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Mojisola Ogunlola: Trust & Other Broken Things

As I interact with society and learn our culture, layer after layer of discontent settles within me. I see women like me suffer abuse and violence daily. I want to tell them that I understand and I have been through it all. I want to advise them to walk away or perhaps run.

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“You cannot tell anyone.” His voice echoed in the dark room where we stood and his words stung deeper than the pain that erupted from my lower abdomen. He made an impatient gesture and handed me my clothes. I walked slowly to the door as tears crawled down my face.

I did not tell anyone.

I was six.

A few years later and for many more afterwards, my abuser took on another form – a revered religious leader who laid waste to his entire female congregation, forcing his message into our young bodies without permission. He strategically lured us into his home one after the other to actualize his sexual fantasies. I remember the time I found him crying after he instructed some church members to abort the babies they would have had for him. He told me that he was merely a victim of circumstance because the ladies were exploiting his sexual weakness and causing him to fall. He told me that I was different, because he actually loved me. I believed him.

Thankfully, in time I learnt – after sleepless nights of praying to the good Lord to make ‘this cross pass over me’ – that I was only being gaslighted, as were the rest of my sisters. I learnt that trust was feeble. I was broken but I picked up my pieces and walked away. I have never looked back since.

Today, as I interact with society and learn our culture, layer after layer of discontent settles within me. I see women like me suffer abuse and violence daily. I want to tell them that I understand and I have been through it all. I want to advise them to walk away or perhaps run. But it’s different this time; it’s complicated, because these women must live daily with an incestuous abuser – their own Fatherland! They must bear the pain of a nation that takes advantage of them at the slightest chance, simply because they have nowhere to run. And even though they tirelessly bring forward the evidence of their broken bodies and wounded spirits, we do not hear them.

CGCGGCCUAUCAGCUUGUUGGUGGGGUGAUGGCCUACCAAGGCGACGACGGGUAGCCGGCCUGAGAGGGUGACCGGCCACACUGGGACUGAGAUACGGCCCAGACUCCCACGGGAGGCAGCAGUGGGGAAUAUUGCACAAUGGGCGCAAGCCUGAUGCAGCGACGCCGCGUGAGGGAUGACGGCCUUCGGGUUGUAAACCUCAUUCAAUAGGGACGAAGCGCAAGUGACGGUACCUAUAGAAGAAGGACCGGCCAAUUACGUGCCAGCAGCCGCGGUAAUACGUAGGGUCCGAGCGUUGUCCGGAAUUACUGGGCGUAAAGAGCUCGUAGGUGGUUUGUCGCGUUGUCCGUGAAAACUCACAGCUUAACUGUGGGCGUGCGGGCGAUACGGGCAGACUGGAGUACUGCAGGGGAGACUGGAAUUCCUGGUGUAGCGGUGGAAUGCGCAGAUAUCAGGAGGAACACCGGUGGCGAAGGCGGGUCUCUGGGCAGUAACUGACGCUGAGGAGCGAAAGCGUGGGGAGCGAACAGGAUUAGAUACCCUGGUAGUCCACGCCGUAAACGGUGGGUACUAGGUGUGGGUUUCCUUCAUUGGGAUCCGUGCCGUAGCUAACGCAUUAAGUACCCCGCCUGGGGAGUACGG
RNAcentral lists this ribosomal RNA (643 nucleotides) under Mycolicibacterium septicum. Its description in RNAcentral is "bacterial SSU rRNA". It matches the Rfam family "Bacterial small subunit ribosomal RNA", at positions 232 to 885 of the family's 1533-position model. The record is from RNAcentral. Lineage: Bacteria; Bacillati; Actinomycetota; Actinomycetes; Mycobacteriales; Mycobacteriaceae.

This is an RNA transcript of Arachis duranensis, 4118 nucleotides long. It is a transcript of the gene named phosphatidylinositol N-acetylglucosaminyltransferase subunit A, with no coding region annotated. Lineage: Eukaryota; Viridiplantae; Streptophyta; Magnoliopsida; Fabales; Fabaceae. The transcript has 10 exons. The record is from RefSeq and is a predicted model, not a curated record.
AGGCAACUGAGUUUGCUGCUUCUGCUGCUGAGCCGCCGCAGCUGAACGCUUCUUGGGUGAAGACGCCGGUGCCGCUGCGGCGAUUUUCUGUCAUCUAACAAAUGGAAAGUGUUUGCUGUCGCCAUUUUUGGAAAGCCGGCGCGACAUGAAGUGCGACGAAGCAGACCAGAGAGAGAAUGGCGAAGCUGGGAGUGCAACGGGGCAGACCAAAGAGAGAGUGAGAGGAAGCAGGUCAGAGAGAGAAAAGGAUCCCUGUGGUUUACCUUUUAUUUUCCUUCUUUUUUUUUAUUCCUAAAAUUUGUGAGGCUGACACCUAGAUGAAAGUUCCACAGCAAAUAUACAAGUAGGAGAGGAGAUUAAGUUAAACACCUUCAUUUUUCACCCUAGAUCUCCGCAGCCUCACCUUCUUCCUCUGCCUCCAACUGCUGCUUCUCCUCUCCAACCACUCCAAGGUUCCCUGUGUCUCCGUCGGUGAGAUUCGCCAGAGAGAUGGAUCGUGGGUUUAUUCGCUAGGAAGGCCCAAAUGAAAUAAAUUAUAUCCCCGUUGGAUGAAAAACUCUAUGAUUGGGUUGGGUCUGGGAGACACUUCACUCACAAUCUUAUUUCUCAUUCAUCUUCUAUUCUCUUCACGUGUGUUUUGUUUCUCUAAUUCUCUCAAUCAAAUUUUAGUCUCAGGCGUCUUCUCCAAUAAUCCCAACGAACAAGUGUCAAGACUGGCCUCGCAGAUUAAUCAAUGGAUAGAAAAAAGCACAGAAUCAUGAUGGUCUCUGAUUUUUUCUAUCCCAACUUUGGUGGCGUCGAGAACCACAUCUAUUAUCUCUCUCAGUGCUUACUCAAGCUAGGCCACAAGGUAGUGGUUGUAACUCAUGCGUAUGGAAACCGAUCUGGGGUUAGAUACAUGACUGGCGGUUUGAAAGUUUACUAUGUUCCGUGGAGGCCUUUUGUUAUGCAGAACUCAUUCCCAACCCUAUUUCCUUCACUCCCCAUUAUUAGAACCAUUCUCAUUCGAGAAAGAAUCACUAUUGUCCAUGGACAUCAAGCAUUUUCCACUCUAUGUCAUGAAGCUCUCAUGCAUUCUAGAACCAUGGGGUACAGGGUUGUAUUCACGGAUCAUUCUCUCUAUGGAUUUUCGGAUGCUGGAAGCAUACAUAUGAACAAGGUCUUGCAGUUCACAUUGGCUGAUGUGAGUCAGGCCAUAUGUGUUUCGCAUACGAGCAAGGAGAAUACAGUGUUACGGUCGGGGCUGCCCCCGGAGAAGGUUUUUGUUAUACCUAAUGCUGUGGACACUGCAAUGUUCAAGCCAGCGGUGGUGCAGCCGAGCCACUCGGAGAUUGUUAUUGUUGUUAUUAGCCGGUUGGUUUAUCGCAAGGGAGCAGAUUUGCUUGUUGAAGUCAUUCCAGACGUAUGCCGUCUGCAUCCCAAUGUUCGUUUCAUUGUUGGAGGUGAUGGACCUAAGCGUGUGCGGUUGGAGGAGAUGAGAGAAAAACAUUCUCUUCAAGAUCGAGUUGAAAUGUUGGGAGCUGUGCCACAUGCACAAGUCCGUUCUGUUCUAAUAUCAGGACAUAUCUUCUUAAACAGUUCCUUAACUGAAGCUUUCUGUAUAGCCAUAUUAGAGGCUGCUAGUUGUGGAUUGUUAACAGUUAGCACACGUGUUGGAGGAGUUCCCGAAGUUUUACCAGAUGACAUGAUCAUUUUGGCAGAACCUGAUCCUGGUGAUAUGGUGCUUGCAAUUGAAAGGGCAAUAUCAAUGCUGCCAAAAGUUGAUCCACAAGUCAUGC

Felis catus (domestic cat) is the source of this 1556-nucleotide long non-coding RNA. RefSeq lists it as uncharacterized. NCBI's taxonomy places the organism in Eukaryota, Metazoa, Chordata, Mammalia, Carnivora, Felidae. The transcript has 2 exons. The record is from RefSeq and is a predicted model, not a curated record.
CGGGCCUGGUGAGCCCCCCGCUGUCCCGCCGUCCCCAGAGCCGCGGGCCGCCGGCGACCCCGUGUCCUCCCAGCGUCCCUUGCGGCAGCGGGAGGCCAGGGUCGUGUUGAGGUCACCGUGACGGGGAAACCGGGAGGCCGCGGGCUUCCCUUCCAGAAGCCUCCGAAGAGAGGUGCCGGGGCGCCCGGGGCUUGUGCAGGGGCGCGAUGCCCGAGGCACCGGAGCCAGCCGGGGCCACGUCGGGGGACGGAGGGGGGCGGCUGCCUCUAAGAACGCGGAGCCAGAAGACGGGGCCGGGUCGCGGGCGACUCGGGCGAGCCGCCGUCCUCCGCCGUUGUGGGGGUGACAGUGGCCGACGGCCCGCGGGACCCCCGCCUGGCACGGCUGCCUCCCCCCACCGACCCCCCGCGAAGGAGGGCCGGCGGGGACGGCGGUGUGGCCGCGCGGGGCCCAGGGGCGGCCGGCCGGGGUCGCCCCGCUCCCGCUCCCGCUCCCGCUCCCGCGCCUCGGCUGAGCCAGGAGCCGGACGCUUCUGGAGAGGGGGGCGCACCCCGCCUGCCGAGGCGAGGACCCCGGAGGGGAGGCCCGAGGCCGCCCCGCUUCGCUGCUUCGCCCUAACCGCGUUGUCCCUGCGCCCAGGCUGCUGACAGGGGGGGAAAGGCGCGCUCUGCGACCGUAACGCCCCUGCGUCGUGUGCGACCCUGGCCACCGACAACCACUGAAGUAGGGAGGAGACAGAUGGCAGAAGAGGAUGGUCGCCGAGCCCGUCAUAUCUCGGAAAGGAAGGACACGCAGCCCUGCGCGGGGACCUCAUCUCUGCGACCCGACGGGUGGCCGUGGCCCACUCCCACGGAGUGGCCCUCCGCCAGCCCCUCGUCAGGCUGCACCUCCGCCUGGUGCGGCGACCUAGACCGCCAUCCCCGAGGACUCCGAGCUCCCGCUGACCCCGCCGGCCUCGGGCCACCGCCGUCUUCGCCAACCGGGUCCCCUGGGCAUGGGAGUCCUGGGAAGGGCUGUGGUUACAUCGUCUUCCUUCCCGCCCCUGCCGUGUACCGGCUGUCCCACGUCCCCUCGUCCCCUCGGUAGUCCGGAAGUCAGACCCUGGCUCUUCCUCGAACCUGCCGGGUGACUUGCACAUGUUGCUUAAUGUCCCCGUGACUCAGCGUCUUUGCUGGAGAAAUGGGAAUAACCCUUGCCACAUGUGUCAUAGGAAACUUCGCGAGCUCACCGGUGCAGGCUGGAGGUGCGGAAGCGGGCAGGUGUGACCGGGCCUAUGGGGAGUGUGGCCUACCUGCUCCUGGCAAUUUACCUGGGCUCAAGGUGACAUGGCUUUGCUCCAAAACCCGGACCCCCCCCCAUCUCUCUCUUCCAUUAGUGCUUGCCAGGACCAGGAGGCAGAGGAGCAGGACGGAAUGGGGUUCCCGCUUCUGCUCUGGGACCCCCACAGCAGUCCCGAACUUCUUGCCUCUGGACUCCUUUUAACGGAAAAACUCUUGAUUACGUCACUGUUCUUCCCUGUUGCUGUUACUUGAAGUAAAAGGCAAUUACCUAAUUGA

Who will be their next victim? From where will our predators attack? These are the questions we ask as we hide daily and seek safety for our lives.

Earlier this year, about seventy women in Abuja, the country capital, were assaulted and raped for being ‘scantily dressed’. Their bodies were broken into by the very ones who swore to protect them from evil; the members of the Police Force. Following a sanitization exercise, these women were rounded up for being sex workers and consequently defrauded and assaulted. Sex work is a crime in Nigeria; nonetheless sex workers are citizens of the country with valid constitutional rights which must be safeguarded.

I remember watching an infuriating video in which a veteran actor trivialized the heartbreaking occurrence and shamed the victims by saying that it wasn’t actually rape but ‘mere stealing’, since the women were sex workers. After a backlash, he went on to release another video via his social media account where he so eagerly justified his earlier statement. I watched as he insensitively and unintelligently defended himself; swinging in his chair and, in his own words, “opening up another perspective to the offence.” Soon afterwards, I read about a man who raped a teenager to death and was granted a bail of 10,000 naira by the police (less than 28 USD).

These days, at least one rape incident is recorded in the news every week. If it’s not the police, it’s a religious leader, lecturer or some other person on whom we have placed the burden of trust. Let us not forget the thousands that go unreported.

I am scared. I fear that we have become too tolerant and immune to the evil that is our current society. It is nerve-racking to think that the streets are unsafe, yet the police tactically utilize their power to abuse unarmed women in need of protection. Though the larger population is unaware of their rights, I’m not even sure if knowledge alone will grant them a chance of surviving the present perils.

I realize now more than ever, that walking away can no longer be an option. We can no longer walk away from the ones who kill us daily and trample on our bodies. We must stand with our feet firmly rooted in the truth and our voices louder than ever.

We must demand justice until we get it. Then we must wear it like a badge and defend it till our last breath; not just for us but for our daughters and granddaughters yet unborn.

Moji Ogunlola is a lawyer and writer living in Lagos, Nigeria. She is an alumnus of the University of Lagos and is passionate about Mental Health and Women. Visit her website at www.mojiogunlola.com

2 Comments

  1. Olajumoke Oyelese

    November 15, 2019 at 7:47 am

    By glossing over and not mentioning the identity of past violators,we are protecting them and exposing their potential victims to being abused and violated too.

  2. Pelumi

    November 16, 2019 at 7:06 pm

    I feel there need to be a course on prostitution… And proatitution should be deemed legal…

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